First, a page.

"Free Public WiFi" is not what it claims to be

“Free Public WiFi” is not what it claims to be.

[newsimage]http://static.rankone.nl/images_posts/2010/10/ABmQpg.jpg[/newsimage]When you’re using your laptop anywhere other than on your home network it’s wise to get information about the WiFi connection you should be using before attempting to connect. Though this may seem like common sense to many, people are connecting to, and subsequently spreading, rogue networks that could eventually be used to access personal files on their systems.

Read the full article here: [http://www.myce.com/news/free-public-wifi-is-not-what-it-claims-to-be-35286/](http://www.myce.com/news/free-public-wifi-is-not-what-it-claims-to-be-35286/)

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I’ve seen the “Free Public Wi-Fi” show up in many areas also. Usually this always shows up as an Ad hoc (computer-to-computer) network, which is the give-away that this is not an access point.

With the price of public Wi-Fi, I bought a Mi-Fi, which is a battery operated 3G/HSPA wireless router about the size of a flip-phone. For the price of an hour’s usage at most public Wi-Fi points in the UK and Ireland (especially at an airport), I can get a whole month access on it, it works anywhere there is 3G coverage and the Internet connection is faster than what I’ve experienced with the Pay access points. Unlike public Wi-FI, it uses WPA2 encryption, so other users can’t join the access point to eavesdrop on it.

A few tips I’ve learned when using public Wi-FI:

Most hotels and many restaurants do have free Wi-Fi. If you’re unsure about a network, bring up the network list and ask the reception or service desk, as they should be able to identify their own network. In fact, when booking a hotel, I would rather choose a slightly more expensive hotel to have free Wi-Fi than one lacking it, as I’ve seen hotels that charge upwards of €8/hour for access.

For airports and shopping malls, expect to pay plenty for Internet access. On the other hand, I have seen free Wi-Fi from time to time. For example, the last time I was at Denver International airport, they had free Wi-Fi (can’t remember the network name), which was ad-sponsored. The initial page would display a video advertisement. Once the ad finished playing, I could browse away after that.

If the network shows up as a “computer-to-computer” network, don’t touch it

Free Public WiF

Warning :cop:this is a Ah-hoc and should never be used. This is how you get your identity stolen and give out your password to unsavory people :cop:. This is another forum of Ah-Hoc. So when you see the “Free Public WiF” don’t connect to that network or your going to regret doing so. Also if you don’t recognize the name should also be a warning and as other posters here have said here check with the location your at to verify their WiFi is a legit one that your going to connect to.

[QUOTE=Seán;2549453]Most hotels and many restaurants do have free Wi-Fi.[/QUOTE] And some hotels, who advertise “free” Wi-Fi, in reality only let you access landing pages where you can pay with your credit card to get actual Internet access. :doh:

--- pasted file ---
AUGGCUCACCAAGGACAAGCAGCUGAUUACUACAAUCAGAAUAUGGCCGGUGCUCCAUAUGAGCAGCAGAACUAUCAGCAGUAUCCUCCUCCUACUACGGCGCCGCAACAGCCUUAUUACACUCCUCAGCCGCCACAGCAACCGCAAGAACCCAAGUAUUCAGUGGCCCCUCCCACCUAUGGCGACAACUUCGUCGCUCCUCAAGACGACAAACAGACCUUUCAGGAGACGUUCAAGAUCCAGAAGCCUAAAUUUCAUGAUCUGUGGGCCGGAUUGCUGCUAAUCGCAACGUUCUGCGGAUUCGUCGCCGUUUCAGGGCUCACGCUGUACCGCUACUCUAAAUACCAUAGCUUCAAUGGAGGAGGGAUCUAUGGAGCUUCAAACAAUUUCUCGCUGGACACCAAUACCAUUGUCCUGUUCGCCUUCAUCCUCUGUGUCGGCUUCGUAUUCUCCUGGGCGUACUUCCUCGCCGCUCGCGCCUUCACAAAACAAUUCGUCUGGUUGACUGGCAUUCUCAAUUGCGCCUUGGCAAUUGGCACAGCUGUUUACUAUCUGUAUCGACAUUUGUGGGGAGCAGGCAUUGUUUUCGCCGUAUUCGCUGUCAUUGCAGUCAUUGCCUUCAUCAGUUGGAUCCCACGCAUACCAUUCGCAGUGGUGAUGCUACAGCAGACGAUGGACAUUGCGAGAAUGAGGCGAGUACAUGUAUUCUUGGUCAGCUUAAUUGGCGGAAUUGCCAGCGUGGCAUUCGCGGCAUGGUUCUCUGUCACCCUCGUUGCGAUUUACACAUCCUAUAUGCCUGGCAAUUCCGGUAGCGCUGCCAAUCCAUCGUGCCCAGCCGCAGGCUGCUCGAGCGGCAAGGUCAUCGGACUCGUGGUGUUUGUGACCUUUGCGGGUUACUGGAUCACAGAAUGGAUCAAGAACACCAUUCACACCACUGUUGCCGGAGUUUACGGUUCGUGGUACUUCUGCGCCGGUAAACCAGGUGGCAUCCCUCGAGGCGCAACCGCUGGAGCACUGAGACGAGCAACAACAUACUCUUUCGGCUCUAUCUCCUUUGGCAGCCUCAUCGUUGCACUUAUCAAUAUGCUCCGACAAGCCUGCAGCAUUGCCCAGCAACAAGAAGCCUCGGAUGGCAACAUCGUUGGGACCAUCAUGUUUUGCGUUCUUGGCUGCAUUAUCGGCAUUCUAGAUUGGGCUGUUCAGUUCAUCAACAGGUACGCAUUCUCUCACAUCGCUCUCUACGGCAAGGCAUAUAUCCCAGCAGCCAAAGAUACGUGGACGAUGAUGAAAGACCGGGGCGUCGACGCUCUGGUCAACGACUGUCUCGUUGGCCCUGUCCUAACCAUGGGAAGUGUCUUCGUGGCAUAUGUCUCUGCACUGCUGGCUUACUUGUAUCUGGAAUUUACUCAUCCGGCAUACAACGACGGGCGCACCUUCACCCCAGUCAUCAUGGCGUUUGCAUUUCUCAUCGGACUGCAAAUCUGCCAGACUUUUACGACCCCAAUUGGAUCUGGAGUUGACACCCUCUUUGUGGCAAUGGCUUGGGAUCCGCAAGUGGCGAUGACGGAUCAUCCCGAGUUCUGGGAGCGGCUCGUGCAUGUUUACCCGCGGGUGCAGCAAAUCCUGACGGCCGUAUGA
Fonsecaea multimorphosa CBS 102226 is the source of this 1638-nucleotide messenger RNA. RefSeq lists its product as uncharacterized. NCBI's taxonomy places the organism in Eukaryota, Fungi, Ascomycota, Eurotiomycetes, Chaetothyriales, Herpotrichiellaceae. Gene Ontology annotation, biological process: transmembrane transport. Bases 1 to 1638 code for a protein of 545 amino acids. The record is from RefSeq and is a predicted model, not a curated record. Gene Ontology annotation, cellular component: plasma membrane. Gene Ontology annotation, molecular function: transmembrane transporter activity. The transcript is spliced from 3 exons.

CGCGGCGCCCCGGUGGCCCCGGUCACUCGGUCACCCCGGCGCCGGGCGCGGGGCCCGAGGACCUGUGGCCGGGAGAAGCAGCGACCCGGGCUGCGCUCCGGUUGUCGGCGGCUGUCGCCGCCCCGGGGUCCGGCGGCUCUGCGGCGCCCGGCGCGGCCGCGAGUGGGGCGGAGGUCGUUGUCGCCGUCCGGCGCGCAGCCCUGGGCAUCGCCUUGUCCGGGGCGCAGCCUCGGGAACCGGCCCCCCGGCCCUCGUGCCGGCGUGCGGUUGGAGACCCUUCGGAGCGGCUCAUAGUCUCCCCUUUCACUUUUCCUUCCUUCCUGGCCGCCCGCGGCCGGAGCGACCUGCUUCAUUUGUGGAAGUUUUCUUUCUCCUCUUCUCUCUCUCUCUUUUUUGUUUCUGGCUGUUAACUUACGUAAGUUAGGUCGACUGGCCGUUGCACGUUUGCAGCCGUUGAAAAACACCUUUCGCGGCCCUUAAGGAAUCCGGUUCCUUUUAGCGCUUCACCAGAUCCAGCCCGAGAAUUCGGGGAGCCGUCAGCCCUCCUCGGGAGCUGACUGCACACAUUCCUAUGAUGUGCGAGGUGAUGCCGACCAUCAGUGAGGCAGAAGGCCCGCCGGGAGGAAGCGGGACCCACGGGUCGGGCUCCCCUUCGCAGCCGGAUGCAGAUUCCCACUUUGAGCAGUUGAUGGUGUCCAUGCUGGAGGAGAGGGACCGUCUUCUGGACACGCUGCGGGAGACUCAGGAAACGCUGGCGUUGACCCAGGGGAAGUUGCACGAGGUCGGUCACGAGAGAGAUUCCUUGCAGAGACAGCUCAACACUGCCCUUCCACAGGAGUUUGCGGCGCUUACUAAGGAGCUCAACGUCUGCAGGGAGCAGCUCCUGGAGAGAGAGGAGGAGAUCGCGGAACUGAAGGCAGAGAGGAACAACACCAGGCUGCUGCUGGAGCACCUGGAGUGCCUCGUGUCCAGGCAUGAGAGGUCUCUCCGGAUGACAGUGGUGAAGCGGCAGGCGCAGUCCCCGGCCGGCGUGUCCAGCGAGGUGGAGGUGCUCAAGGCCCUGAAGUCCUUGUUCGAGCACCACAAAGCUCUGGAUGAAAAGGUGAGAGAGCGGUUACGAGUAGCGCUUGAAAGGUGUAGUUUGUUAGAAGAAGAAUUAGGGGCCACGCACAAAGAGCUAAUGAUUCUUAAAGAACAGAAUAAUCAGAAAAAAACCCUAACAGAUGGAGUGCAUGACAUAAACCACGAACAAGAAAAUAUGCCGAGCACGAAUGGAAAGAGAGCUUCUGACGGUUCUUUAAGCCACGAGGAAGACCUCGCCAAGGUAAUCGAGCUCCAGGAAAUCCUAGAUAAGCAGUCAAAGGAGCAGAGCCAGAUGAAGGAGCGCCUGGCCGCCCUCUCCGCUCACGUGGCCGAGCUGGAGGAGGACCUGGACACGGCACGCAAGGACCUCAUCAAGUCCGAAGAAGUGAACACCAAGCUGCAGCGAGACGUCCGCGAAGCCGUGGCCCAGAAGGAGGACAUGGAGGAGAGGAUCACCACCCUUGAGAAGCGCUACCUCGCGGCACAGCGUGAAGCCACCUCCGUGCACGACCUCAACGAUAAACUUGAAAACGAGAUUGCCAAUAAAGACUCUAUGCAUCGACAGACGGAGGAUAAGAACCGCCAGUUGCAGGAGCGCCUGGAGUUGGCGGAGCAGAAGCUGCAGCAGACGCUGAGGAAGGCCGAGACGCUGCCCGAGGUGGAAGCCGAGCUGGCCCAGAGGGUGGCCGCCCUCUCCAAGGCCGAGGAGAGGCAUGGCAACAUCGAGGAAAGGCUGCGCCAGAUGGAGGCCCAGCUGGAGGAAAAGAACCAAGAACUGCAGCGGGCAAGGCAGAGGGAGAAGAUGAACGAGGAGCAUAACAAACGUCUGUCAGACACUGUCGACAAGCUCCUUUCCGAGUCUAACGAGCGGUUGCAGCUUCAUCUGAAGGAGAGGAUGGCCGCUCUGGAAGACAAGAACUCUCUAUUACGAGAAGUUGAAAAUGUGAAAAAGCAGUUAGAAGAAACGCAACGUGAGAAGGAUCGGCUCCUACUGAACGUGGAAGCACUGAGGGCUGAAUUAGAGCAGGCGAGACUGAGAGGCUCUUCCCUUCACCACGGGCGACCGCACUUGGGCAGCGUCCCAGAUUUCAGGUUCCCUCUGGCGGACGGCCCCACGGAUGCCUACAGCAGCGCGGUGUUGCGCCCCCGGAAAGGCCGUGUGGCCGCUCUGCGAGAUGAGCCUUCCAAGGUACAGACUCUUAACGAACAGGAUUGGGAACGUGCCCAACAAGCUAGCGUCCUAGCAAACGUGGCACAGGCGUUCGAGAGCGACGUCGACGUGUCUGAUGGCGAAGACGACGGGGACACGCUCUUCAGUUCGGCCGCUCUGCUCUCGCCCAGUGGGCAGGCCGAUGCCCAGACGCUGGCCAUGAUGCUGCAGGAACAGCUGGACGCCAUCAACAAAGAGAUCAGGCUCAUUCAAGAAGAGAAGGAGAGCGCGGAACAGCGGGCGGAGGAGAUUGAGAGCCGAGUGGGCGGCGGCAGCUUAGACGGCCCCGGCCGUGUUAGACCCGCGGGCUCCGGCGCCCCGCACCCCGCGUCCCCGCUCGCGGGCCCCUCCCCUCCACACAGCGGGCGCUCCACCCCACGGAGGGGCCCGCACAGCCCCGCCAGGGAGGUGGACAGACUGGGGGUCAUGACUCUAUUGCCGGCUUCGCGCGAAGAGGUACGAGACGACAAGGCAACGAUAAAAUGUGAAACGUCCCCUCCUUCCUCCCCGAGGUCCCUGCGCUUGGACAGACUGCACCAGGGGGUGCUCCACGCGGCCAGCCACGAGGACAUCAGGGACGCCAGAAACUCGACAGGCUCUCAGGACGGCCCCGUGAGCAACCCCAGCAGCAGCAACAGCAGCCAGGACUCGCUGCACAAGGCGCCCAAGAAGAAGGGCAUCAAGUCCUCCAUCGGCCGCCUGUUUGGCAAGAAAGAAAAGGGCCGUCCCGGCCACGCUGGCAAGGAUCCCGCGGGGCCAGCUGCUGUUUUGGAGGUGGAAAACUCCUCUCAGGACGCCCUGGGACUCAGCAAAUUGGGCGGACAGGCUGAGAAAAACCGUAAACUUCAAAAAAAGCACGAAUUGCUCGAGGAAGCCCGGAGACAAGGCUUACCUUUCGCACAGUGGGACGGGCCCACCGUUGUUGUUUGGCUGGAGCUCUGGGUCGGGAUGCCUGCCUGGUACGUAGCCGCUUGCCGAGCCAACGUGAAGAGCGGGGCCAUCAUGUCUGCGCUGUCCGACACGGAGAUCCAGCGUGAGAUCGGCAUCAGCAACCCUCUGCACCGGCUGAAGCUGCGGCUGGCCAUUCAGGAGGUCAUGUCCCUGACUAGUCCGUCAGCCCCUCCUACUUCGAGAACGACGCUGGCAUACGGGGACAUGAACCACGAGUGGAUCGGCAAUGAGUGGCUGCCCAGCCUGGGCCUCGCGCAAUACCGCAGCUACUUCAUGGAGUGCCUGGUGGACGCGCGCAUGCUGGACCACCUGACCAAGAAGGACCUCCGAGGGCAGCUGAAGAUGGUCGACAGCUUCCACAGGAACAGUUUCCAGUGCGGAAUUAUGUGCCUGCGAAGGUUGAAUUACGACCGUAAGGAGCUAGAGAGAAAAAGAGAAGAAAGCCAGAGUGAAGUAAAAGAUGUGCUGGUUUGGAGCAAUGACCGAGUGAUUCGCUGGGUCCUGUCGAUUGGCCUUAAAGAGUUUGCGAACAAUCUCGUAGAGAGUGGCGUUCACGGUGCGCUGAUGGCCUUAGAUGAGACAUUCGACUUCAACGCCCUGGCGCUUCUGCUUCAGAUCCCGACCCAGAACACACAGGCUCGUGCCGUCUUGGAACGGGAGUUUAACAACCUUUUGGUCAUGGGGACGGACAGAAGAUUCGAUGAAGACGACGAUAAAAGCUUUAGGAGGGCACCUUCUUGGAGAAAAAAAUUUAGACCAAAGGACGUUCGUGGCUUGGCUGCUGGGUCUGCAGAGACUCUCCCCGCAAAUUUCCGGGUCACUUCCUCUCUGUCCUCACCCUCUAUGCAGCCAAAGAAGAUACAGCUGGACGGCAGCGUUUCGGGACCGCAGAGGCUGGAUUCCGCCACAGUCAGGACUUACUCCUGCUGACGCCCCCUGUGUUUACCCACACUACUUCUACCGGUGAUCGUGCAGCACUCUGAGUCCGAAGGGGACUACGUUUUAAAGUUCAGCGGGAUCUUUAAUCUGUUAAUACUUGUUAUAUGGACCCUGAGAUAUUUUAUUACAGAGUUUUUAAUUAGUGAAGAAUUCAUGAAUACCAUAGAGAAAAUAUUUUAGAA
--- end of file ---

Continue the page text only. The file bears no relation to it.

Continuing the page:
If MODs allow here is some reading of what dangers await those unprepared whom use ad-hoc aka “Free Public WiFi”. Hopefully this will better inform those who see those networks that pop on their laptop Wifi networks: “ad-hoc” aka "Free Public WiFi’ :iagree:


[QUOTE=DrageMester;2549465]And some hotels, who advertise “free” Wi-Fi, in reality only let you access landing pages where you can pay with your credit card to get actual Internet access. :doh:[/QUOTE]

So far all the hotels I’ve been at over the years that advertised free Wi-Fi had free Internet access.

There was one hotel I went to that advertised free Wi-Fi in their brochure and I remember going into the bedroom and ready to connect only to see a note about Internet access available for €4/hour. When I complained, the person said that the Wi-Fi is only free in the main lounge. They had a clever Wi-Fi signalling setup, as while I had no problem surfing in the lounge, as soon as I left the door of the lounge, I lost access.

The main term to watch out for is “Complementary”. If a café, bar, hotel, etc. says it has complementary Wi-Fi, then it usually requires payment, at least from my experience.

Wouldn’t the use of a VPn get around this? Or is this a more fundamental flaw in the OS/Wifi protocols?

In the Netherlands, several hotels got a letter from the telecom watchdog “OPTA” claiming they need to register as a Internet service provider because they offer internet access. So after copyright organizations the hotels are now being accused of offering Internet services - How about that :slight_smile:

[QUOTE=DrageMester;2549465]And some hotels, who advertise “free” Wi-Fi, in reality only let you access landing pages where you can pay with your credit card to get actual Internet access. :doh:[/QUOTE]

Most of them you can still cicrumvent by adding /?.jpg to the url. Usually jpegs are not blocked. :slight_smile:

I wonder what would happen if someone collected a bunch of 30-minute coupons inside those hotels and used them to torrent midget porn.